Trigger Warning:This page includes information about sexual assault, violence and abuse.
Physical violence and abuse are commonplace in the lives of many disabled people. These stories of violence are almost always individualized. They are painted as individual tragedies (much like disabilities themselves) and this depiction does a grave disservice to disabled people and our experiences. Second wave feminists fought to take violence against women out of the individual sphere and acknowledge that it is systemic. A similar refocusing needs to happen around violence against disabled people, particularly disabled women (who, while they often experience abuse have largely been excluded from feminist movements to address and end violence against women).
Rates of violence against disable people are terrifyingly high. We are one of the groups most frequently victimized by violent crime.
There are numerous tragic stories of people being targeted because they are disabled and subject to public humiliation and violence, yet the United States federal government does not consider an attack on a disabled person because they are disabled to be a hate crime. Legislation to include disability as a federal hate crime was defeated in 2002. Only 32 states recognize disability as a protected group under hate crime legislation. There have been about 1,100 reported hate crimes against disabled people in the United States since 1991.
In Canada, disabled people are supposedly classified as an identifiable group for the purposes of a have crime but it is very rarely used.
Violence Against Disabled Women
Disabled women are especially at risk for violent assault, sexual assault and abuse. There are a number of reasons for this, including double (or sometimes more) marginalization, the perception they are unable to fight back, the reality that the perpetrators of this violence will likely not be criminally charged or convicted and the fact that most anti-violence against women campaigns have failed to adequately address disabled women’s issues, educate disabled women or the public or provide resources for disabled women.
Because our society is constructed (physically and otherwise) to separate disabled and non-disabled people, feminist and governmental programs developed to address violence against women have largely excluded disabled women.
However, disabled women are very likely to be victims of violence. And, at times, the separation disabled women experience makes them more vulnerable. For example, in Toronto, the public transit system is largely physically inaccessible; therefore, women who require accommodation often have to ride Wheeltrans, the wheelchair accessible transportation. Oftentimes, women find themselves alone in a small bus or car with a strange man and are subject to verbal harassment. There have been a number of women who have been sexually assaulted on Wheeltrans as well – they are easy targets because they are alone in a confined space.
DAWN Ontario (DisAbled Women’s Network) found that “women with disabilities are 1.5 to 10 times as likely to be abused as non-disabled women, depending on whether they live in the community or in institutions.”
Women confined to institutions are particularly vulnerable because they are unable to escape, are under the full control of those with power in institutions (doctors, administrators, attendants, nurses, etc.), and are often less likely to be believed (especially if they have intellectual disabilities or are psychiatrized).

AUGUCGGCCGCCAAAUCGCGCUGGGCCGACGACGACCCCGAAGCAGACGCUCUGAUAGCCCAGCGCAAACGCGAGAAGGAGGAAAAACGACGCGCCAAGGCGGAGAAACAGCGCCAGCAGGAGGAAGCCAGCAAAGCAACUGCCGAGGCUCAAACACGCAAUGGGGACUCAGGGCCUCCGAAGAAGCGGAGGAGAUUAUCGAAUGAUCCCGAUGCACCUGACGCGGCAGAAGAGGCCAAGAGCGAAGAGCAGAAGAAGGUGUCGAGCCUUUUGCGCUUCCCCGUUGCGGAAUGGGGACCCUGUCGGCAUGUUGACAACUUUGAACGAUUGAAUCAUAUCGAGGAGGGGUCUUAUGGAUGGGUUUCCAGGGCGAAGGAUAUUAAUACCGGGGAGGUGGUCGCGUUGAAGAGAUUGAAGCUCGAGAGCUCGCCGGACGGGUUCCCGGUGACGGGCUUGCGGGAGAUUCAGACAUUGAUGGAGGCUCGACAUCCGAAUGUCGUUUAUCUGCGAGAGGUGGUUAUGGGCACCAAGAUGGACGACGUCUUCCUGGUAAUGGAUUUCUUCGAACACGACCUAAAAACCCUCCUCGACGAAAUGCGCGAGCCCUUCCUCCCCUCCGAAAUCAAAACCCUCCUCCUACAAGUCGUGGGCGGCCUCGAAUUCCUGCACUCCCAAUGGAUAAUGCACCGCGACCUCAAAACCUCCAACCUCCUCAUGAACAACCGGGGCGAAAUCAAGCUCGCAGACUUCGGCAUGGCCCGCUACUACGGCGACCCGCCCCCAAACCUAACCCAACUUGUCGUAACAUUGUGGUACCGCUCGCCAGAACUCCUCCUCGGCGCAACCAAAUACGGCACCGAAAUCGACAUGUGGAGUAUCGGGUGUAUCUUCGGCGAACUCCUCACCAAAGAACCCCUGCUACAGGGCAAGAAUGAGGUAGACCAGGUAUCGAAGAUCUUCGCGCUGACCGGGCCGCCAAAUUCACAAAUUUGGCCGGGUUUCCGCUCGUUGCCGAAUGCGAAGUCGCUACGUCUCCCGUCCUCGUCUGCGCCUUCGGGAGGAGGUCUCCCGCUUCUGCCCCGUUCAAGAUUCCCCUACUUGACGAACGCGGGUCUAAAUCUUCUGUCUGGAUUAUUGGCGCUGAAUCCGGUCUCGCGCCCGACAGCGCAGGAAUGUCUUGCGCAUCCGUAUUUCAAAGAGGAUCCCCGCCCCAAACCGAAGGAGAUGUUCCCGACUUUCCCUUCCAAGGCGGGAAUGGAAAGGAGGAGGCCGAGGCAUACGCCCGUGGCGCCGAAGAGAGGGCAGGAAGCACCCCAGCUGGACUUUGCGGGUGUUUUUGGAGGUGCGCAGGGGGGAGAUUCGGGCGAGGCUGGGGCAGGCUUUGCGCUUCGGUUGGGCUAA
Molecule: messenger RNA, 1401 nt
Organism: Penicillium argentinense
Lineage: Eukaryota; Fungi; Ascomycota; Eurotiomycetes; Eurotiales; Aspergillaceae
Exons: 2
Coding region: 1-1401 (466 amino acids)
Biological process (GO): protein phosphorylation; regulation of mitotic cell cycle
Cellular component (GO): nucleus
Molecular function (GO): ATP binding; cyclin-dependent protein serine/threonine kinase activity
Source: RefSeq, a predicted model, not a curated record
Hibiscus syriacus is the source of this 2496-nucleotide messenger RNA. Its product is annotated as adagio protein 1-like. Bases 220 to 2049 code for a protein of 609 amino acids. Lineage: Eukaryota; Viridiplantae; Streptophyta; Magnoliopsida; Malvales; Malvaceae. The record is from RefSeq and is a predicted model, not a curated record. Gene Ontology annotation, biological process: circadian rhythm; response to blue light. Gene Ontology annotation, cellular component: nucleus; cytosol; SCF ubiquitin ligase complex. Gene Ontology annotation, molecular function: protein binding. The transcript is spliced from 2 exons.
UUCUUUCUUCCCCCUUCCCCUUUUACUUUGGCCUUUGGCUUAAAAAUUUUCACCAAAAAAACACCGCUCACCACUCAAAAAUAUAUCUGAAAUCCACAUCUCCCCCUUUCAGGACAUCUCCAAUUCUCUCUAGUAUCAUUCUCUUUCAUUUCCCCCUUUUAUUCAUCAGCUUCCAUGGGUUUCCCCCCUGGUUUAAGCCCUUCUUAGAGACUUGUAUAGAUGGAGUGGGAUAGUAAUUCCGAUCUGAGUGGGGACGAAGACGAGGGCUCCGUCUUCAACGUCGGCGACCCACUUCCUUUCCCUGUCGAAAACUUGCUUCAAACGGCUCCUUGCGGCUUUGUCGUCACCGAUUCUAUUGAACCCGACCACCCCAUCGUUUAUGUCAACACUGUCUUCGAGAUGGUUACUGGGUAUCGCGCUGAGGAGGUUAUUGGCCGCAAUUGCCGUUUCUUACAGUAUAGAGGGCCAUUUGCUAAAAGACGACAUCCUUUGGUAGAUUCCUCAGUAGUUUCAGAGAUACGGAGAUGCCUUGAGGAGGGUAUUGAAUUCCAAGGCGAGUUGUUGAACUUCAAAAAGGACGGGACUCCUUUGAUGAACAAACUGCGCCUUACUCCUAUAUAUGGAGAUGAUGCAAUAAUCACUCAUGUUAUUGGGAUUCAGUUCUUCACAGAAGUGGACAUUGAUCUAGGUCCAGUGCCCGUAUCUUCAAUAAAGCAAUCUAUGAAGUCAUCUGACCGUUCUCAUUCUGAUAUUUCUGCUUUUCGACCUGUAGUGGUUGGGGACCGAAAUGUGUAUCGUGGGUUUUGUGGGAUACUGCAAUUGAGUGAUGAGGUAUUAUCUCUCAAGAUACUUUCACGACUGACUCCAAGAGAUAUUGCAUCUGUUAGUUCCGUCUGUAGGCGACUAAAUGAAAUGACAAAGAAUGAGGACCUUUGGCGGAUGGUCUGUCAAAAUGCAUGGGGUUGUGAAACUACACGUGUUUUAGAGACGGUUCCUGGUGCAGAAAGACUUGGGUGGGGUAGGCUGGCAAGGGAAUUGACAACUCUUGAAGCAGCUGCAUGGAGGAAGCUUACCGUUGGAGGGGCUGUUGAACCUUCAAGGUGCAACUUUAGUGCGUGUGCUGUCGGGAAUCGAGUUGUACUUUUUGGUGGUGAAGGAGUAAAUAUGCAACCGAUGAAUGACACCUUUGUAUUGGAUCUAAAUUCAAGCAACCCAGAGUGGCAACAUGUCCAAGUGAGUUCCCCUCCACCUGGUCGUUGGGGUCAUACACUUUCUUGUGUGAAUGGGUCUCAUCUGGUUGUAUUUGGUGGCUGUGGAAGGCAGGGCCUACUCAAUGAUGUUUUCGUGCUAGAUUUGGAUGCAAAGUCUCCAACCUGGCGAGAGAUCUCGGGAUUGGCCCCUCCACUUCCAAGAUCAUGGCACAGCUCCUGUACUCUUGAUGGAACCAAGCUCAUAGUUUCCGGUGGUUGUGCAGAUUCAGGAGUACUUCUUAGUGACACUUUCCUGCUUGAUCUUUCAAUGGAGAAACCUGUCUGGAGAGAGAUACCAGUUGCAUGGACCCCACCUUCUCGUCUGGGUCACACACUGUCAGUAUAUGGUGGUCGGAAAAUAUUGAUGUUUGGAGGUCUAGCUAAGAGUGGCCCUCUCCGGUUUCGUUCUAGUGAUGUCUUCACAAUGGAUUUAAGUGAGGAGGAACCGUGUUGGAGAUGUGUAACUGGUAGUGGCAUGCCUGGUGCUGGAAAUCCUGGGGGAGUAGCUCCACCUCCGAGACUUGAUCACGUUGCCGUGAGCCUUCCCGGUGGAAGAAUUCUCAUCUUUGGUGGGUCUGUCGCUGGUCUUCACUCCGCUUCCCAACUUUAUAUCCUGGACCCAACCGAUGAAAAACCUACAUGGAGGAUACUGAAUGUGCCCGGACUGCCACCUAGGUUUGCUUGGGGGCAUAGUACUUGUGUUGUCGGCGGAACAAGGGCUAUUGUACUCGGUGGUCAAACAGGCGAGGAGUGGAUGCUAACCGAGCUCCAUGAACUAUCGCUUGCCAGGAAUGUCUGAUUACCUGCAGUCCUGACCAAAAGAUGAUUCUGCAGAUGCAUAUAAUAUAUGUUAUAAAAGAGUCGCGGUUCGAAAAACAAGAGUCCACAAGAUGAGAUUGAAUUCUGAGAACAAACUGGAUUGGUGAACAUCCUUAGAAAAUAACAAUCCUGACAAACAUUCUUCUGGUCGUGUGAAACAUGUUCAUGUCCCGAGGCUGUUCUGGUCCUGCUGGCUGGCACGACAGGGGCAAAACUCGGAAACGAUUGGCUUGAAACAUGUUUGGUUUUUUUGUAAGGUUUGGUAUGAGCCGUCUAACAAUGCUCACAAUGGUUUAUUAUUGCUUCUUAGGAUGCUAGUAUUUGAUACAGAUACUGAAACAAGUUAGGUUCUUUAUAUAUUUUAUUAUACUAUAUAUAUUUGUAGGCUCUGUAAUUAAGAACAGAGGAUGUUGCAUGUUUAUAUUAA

Married disabled women are 40% more likely to be victims of violence by their husbands than non-disabled women.
Outside of the institution or in it, the likelihood of those who abuse disabled women being reported, charged and ultimately convicted is extremely small, particularly in regards to intellectually disabled women. One study found that although the offender was known in 95% of the cases, only 22% of the perpetrators were charged with an offence, and only 8%… were convicted.”
A Swedish court found that a paralyzed, intellectually disabled woman was not raped because she could not dissent.
Once women seek help, they often find themselves with no where to go. One 2005 Study by DAWN found that only 1/2 of the women who sought help from houses for abused women were accommodated.
There are also many people who have been murdered because they are disabled.
Experimentation As Assault
The medical establishment is likely the biggest perpetrator of abuse against disabled people. This has included direct sexual or physical assault by doctors and young children and adults being stripped and forced to stand in front of groups of doctors while they analyze and mock disabled people’s bodies.
Medical experiments have often been done on disabled people as well. Frequently, they are done without any consent or information given to the people being subjected to the experimentation. These experiments often result in harm, or even torture to the people who they are forced upon.
There are 4 main reasons why disabled people are so often targeted for experimentation:
- Disabled people are seen as less than human so the same ethics and moral standards do not apply;
- Disabled people are deemed unlikely or unable to complain, or litigate if there are abuses;
- Disabled people are deemed to be biological novelties; and/or,
- There is a tremendous amount of contempt or even hatred within the scientific community towards disabled people.
Here are just a few examples of how disabled people have been abused, assaulted or even murdered through experimentation:
The Lobotomy: Tens of thousands of people were subject to this brain surgery between 1935 and 1955. Some of the consequences of this surgery are extreme personality changes, impaired judgment, and lack of impulse control.
Quaker Oats Radiation Experiments: dozens of intellectually disabled children at the Fernald State School Massachusetts were fed radiation-spiked cereal in nutrition experiments during the 1940s and 1959s. Their parents were unaware of the experiments.
Plutonium Injections: In the 1940s, the U.S. Government injected 18 “terminally ill” people with high doses of plutonium to see what would happen. Those injected did not consent to the procedure, which likely killed several people. Those who survived were only told about the injections in 1974.